Kyrgyzstan is located in Central Asia. The country borders Kazakhstan, China, Tajikistan and Uzbekistan. The capital is Bishkek. The landscape in Kyrgyzstan is characterized by the Tienschan Mountains, which determine a large part of the country. The highest peak is the Pik Pobedy with 7,439 meters height.
The grandiose panorama of the wide valleys, framed by the imposing mountain ranges and the 700 meter deep crystal-clear Issyk-Kul lake with its sunny beaches and thermal springs are the main attractions of Kyrgyzstan.
The capital, Bishkek, at the foot of the Tiens Mountains is famous for its beautiful avenues that lead to the city center. Here the State Art Museum, the Historical Museum and the Zoological Museum are worth a detour.
The pilgrimage site Suleiman Gora is located in Kyrgyzstan’s second largest city, Osh, which has been attracting pilgrims to the hill in the middle of the city since the 10th century. According to legend, the prophet is said to have prayed here once.
Various mountaineering camps offer visitors the opportunity to storm the impressive Kyrgyz peaks.
The economy in Kyrgyzstan was once completely dependent on the markets of the Soviet Union. The central Soviet planning had virtually imposed the economic structure on Kyrgyzstan, which Kyrgyzstan was preparing for. When Kyrgyzstan became independent in 1991, the entire economy had to be restructured and companies and companies privatized.
In spite of all efforts, the entire economy of Kyrgyzstan kept stagnating and sometimes faltering. The reasons for this were corruption, political turmoil and a lack of interest in potential investors. Surprisingly, the government at the time managed to get the biggest problems under control. The high public expenditure could also be reduced. In this way, the deficits in the state budget from 1990 to 2001 could be steadily reduced. Finally, Kyrgyzstan announced that even a small surplus was generated in 2001. Unfortunately, the joy was not long-lasting, because natural disasters were already shaking the country of Kyrgyzstan in the next few years, which meant high costs for the reconstruction of Kyrgyzstan.
Area: 199,951 km² (land: 191,801 km², water: 8,150 km²)
Population: 5.6 million inhabitants (July 2011, COUNTRYAAH.COM). Kirghiz 64.9%, Uzbeks 13.8%, Russians 12.5%, Dungan 1.1%, Ukrainians 1%, Uyghurs 1%, Others 5.7% (1999 census)
Population density: 28 people per km²
Population growth: 1.427% per year (2011, CIA)
Capital: Bishkek (915,630 inhabitants, 2006)
Highest point: Jengish Chokusu (Pik Pobedy), 7,439 m
Lowest point: Kara-Daryya (Karadar’ya), 132 m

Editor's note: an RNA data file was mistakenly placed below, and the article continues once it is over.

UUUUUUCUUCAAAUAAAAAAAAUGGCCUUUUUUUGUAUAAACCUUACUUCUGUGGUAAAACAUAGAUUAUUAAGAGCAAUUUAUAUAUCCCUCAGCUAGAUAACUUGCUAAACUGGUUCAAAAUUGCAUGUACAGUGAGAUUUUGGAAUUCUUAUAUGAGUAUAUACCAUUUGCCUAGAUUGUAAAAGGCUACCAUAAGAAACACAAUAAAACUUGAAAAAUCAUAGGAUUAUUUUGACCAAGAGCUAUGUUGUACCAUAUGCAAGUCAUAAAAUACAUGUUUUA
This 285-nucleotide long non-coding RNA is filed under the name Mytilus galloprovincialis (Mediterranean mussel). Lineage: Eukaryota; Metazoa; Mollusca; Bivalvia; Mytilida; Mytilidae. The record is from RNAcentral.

Form of government: Kyrgyzstan has been a presidential republic since 1991. The constitution dates from 1993, the last change to the constitution was made in 2003. The bicameral parliament ( Zhogorku Kenesh ) consists of the Legislative Assembly with 35 members and the Council of People’s Representatives with 70 members. The head of state is directly elected every 5 years. Kyrgyzstan became independent from the Soviet Union on August 31, 1991.
Administrative division: 7 provinces (oblastlar, singular: oblasty): Batken Oblasty, Chuy Oblasty, Jalal-Abad Oblasty, Naryn Oblasty, Osh Oblasty, Talas Oblasty and Ysyk-Kol Oblasty
one city (shaar): Bishkek Shaary
Prime Minister: Prime Minister Zhantoro Satybaldiyev, since 5 September 2012
Head of state: President Almazbek Atambayev, since December 1, 2011
Language: The official languages in the country are the Turkic language Kyrgyz (spoken by 64.7% of the population) and Russian (spoken by 12.5% of the population). A common language is Uzbek (13.6%). Other languages make up 9.2%. English is common in the tourism industry.
Religion: Mostly Sunni Muslims (75%). Also Russian Orthodox (20%) and others (5%).
Local time: CET + 4 h. Summer time from the last Sunday in March to the last Sunday in October: CET + 5 h.
The time difference to Central Europe is +4 h all year round.
International calling code: +996
Mains voltage: 220 V, 50 Hz
Kazakhstan is in the north of Kyrgyzstan, Uzbekistan is to the west of the country, Tajikistan to the south and China to the east. Much of Kyrgyzstan is taken up by the Tienschan high mountains, with 7,439 m, the Chocusu is the highest peak in the country.
Most of the inhabitants live in northern Tschüital and southern Ferghana Valley, as well as in the smaller mountain valleys and in the region of Lake Yssykköl. In the south, the Alai mountain range is a natural border. The most important rivers in the country are the Naryn, the Talas and the Tschüi.
Here you can find an accurate topographic map of Kyrgyzstan.
Agricultural steppes predominate up to an altitude of 1,500 m due to extensive irrigation. At higher altitudes, there are mainly alpine meadows and pastures, which are delimited at higher altitudes by glaciers and snow fields. There are forests with approx. 120 species of shrubs and trees between 1,500 and 4,000 m high. Although only about 4% of Kyrgyzstan’s land area is covered with forest, making it one of the poorest countries in Asia, the world’s largest walnut forests are located here.
Population in Kyrgyzstan
This map of the population distribution in Kyrgyzstan was created by the Worldmapper team. Densely populated areas appear bloated, the area of sparsely populated areas is reduced. The shape of the grid has been preserved; an underlying map with the original geographical extent helps interpret the map. The distorted map should help to present abstract statistical information clearly.